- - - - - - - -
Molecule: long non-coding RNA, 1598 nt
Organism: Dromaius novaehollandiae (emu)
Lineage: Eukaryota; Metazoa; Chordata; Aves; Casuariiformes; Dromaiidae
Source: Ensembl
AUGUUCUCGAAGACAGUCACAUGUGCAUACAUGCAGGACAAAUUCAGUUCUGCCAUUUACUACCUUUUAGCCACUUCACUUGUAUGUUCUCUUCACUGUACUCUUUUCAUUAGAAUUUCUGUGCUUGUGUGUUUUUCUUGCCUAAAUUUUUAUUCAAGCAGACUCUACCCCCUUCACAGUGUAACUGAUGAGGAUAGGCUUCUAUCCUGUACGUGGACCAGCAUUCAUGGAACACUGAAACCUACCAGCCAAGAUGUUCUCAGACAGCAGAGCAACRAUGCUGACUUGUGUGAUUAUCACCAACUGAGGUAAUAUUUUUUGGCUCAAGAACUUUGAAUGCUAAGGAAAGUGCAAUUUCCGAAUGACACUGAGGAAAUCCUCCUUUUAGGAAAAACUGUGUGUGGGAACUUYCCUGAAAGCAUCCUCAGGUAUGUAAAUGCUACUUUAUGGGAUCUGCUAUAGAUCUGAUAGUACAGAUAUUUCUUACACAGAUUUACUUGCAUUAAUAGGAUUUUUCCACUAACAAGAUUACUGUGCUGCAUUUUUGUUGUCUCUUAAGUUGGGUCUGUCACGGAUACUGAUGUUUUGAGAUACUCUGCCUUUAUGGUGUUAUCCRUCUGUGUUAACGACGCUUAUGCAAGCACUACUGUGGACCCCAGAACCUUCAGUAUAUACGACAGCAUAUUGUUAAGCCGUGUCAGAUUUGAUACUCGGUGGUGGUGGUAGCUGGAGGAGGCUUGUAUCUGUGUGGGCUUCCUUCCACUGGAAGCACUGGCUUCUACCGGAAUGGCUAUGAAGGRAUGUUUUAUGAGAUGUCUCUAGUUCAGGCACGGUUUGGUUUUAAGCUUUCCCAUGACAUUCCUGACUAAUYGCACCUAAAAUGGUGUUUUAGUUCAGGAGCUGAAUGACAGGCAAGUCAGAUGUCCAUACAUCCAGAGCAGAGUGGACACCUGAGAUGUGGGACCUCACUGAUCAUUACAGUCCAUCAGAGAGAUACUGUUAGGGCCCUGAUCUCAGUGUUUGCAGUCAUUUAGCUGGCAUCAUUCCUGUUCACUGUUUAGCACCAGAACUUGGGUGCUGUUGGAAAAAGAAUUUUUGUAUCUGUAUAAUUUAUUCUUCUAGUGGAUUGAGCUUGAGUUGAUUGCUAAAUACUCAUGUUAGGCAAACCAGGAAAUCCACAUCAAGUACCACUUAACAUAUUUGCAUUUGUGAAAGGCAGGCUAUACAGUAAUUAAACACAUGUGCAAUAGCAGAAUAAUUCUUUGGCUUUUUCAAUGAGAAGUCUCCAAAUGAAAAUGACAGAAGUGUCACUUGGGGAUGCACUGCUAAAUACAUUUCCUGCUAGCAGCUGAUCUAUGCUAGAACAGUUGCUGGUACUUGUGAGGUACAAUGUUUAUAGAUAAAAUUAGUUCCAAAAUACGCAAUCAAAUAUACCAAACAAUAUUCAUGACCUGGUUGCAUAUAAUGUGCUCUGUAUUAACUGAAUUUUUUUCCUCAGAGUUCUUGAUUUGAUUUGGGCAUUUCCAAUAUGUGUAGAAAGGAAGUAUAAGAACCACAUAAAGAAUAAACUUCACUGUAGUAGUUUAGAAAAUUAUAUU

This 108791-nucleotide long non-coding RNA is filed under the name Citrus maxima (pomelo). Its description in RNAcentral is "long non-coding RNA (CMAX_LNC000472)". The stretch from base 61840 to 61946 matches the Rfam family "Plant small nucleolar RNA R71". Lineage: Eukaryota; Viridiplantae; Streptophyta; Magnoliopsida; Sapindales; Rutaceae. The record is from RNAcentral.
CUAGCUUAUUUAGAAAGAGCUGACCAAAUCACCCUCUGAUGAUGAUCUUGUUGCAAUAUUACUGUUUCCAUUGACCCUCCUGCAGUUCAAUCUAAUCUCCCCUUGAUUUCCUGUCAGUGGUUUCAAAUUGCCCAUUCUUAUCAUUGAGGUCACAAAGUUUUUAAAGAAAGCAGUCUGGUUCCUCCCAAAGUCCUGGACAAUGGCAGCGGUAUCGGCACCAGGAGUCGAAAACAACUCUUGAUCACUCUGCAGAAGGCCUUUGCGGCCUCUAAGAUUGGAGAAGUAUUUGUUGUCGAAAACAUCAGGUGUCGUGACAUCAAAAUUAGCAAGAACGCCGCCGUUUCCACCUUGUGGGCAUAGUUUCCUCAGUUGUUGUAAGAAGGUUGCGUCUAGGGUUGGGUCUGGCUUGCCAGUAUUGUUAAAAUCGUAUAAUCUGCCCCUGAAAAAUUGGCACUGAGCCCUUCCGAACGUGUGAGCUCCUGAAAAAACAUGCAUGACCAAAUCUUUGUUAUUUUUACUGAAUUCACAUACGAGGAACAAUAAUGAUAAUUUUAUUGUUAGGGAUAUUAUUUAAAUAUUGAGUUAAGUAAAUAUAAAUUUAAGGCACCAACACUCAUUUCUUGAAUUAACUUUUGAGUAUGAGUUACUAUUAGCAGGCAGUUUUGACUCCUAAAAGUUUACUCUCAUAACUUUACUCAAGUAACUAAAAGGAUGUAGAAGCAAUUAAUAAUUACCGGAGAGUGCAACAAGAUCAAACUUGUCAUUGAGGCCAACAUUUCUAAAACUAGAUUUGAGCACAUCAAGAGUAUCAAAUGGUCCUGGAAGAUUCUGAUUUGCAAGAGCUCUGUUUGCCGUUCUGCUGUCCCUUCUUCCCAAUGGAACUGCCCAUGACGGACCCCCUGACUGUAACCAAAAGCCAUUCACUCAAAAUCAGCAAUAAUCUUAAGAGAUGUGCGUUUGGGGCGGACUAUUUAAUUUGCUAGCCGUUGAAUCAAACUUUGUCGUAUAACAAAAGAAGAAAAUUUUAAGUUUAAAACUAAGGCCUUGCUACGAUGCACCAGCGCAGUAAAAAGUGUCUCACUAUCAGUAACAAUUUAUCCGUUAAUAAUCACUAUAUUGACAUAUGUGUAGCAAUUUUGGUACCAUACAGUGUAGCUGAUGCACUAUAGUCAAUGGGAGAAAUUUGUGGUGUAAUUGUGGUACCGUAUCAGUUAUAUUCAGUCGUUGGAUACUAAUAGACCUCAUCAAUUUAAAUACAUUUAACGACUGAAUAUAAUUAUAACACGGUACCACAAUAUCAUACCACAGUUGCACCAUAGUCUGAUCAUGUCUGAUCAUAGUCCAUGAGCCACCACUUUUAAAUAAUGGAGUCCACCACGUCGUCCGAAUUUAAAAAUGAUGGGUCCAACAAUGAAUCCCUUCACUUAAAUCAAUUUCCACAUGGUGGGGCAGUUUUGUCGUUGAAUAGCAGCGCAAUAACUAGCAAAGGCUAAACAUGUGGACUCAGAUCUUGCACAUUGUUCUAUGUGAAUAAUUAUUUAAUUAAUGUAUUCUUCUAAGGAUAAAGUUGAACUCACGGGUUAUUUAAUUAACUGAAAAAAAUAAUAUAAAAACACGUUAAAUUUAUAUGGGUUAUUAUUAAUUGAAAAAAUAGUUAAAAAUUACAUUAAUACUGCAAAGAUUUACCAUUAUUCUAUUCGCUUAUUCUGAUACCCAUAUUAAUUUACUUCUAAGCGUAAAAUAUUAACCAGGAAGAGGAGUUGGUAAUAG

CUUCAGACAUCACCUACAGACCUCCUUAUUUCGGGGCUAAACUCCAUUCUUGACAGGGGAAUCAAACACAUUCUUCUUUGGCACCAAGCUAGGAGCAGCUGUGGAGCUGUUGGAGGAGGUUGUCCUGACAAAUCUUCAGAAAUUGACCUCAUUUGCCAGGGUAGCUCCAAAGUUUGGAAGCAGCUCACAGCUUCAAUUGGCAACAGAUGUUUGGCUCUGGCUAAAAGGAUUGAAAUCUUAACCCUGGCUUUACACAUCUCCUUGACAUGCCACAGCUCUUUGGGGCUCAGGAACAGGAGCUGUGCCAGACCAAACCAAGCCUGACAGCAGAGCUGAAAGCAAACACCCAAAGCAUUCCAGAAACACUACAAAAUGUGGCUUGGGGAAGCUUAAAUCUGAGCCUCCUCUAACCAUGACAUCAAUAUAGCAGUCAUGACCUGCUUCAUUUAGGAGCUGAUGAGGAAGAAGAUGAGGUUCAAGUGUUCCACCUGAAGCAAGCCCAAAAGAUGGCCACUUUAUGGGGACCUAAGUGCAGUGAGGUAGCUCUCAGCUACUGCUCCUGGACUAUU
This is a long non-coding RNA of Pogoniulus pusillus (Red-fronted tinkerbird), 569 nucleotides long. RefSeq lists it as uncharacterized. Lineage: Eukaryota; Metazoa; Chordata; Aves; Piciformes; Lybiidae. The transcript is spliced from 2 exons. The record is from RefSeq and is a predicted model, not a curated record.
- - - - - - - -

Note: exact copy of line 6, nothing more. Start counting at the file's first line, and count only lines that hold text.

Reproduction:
This 108791-nucleotide long non-coding RNA is filed under the name Citrus maxima (pomelo). Its description in RNAcentral is "long non-coding RNA (CMAX_LNC000472)". The stretch from base 61840 to 61946 matches the Rfam family "Plant small nucleolar RNA R71". Lineage: Eukaryota; Viridiplantae; Streptophyta; Magnoliopsida; Sapindales; Rutaceae. The record is from RNAcentral.